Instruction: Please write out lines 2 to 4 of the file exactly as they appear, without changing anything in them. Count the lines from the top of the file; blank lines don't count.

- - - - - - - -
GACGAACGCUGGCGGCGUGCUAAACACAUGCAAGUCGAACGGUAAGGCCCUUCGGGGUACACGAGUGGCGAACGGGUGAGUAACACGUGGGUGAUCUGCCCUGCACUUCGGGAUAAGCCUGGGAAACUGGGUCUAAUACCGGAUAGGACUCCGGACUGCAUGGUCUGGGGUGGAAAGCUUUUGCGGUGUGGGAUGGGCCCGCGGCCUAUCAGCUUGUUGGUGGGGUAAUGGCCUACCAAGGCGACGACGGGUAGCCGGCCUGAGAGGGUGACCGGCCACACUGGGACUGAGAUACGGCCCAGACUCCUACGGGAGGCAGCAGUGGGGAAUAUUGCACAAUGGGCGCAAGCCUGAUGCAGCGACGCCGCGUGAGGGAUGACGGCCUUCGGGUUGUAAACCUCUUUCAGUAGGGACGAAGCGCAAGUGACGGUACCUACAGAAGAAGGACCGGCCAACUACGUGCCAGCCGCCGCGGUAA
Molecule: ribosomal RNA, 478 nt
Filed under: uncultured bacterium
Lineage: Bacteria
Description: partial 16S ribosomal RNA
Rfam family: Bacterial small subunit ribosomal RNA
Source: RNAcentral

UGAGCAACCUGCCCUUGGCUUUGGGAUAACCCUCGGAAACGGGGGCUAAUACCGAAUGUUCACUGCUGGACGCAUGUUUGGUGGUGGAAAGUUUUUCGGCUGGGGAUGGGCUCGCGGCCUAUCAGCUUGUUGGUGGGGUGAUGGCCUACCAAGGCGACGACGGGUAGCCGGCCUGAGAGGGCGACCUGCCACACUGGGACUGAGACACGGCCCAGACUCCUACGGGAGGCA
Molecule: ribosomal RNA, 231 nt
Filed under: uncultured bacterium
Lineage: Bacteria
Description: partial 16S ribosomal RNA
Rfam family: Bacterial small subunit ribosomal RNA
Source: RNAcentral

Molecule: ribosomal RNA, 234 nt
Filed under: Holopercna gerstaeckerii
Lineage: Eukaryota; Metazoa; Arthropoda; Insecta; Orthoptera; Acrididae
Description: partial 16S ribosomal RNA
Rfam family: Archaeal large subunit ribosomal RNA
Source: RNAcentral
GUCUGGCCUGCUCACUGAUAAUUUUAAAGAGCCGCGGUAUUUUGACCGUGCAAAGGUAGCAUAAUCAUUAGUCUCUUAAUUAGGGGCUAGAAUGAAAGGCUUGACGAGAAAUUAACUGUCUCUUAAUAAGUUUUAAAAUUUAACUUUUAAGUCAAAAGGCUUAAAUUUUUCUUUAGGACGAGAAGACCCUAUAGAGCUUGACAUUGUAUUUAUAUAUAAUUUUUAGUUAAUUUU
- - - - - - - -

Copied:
Molecule: ribosomal RNA, 478 nt
Filed under: uncultured bacterium
Lineage: Bacteria